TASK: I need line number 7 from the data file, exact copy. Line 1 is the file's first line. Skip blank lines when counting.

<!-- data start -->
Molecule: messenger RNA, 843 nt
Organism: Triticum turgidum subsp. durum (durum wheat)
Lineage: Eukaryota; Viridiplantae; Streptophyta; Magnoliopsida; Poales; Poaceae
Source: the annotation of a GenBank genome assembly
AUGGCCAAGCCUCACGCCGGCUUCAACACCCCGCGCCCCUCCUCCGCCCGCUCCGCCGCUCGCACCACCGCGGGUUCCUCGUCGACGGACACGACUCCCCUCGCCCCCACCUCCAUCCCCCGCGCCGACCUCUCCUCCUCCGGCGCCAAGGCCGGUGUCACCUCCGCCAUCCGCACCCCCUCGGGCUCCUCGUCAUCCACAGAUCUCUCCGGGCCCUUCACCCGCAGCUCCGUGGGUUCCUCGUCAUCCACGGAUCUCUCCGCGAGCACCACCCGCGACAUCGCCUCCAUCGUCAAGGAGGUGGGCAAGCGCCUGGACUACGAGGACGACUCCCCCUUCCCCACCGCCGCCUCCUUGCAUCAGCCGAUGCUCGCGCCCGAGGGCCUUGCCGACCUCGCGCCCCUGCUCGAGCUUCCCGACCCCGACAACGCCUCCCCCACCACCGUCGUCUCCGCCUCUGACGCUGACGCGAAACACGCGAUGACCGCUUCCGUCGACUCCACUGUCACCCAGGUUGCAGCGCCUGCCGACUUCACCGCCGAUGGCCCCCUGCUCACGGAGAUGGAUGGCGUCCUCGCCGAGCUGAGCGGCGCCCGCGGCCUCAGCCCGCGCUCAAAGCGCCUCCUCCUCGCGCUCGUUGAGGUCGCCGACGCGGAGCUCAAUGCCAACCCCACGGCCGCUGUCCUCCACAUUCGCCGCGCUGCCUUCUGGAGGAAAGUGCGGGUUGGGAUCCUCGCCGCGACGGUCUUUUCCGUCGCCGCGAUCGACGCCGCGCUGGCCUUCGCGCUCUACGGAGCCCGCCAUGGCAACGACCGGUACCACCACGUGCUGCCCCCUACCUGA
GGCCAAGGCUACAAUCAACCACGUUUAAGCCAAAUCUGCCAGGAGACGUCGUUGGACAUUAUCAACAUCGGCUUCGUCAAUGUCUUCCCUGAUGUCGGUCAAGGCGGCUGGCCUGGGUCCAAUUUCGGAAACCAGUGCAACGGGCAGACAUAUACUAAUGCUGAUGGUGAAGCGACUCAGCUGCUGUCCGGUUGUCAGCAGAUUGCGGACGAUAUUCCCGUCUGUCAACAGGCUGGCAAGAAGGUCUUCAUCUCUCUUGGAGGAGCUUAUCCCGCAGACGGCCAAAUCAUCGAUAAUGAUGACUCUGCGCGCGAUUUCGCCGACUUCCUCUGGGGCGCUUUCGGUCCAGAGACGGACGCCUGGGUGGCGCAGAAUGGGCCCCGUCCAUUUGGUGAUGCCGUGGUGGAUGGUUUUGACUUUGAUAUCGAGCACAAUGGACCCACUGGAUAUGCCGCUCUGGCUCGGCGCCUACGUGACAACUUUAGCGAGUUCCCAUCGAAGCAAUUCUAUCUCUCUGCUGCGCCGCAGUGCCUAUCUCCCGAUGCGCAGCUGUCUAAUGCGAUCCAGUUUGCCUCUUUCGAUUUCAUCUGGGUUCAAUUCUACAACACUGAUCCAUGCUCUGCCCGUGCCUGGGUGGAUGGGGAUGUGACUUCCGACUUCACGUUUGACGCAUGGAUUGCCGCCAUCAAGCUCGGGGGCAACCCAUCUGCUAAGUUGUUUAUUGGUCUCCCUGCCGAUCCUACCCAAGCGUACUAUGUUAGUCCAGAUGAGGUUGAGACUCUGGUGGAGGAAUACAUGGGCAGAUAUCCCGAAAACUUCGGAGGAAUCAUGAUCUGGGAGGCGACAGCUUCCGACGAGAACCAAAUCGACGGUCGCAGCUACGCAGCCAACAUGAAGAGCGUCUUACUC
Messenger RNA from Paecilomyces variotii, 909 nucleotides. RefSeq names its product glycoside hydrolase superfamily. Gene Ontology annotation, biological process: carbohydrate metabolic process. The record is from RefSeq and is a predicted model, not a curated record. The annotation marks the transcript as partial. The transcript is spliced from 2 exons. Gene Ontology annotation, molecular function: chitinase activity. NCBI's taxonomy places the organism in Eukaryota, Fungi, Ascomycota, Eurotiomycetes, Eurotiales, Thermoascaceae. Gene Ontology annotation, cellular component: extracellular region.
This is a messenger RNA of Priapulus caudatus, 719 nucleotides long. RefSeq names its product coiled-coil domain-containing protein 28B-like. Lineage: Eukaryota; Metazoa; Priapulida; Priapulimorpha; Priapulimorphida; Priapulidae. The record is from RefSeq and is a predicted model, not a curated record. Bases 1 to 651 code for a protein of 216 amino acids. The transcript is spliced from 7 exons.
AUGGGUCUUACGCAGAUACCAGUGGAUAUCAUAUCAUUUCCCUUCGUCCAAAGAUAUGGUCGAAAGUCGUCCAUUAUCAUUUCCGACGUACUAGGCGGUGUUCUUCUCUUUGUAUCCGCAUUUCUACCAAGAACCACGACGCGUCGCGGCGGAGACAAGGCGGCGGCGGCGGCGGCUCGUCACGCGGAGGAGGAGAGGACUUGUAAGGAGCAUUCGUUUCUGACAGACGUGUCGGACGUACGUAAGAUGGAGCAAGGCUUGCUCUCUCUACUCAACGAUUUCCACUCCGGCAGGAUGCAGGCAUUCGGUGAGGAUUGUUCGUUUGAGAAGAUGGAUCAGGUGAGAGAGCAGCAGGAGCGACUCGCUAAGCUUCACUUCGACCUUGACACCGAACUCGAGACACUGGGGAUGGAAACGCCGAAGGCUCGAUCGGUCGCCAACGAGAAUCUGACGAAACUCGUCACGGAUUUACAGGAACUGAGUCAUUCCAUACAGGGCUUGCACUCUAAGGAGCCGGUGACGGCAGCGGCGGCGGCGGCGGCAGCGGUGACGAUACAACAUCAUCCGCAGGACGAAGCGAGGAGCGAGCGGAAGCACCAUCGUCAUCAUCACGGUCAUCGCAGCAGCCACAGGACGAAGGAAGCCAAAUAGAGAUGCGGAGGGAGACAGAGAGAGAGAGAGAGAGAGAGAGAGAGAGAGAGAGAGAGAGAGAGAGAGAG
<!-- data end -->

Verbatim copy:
Messenger RNA from Paecilomyces variotii, 909 nucleotides. RefSeq names its product glycoside hydrolase superfamily. Gene Ontology annotation, biological process: carbohydrate metabolic process. The record is from RefSeq and is a predicted model, not a curated record. The annotation marks the transcript as partial. The transcript is spliced from 2 exons. Gene Ontology annotation, molecular function: chitinase activity. NCBI's taxonomy places the organism in Eukaryota, Fungi, Ascomycota, Eurotiomycetes, Eurotiales, Thermoascaceae. Gene Ontology annotation, cellular component: extracellular region.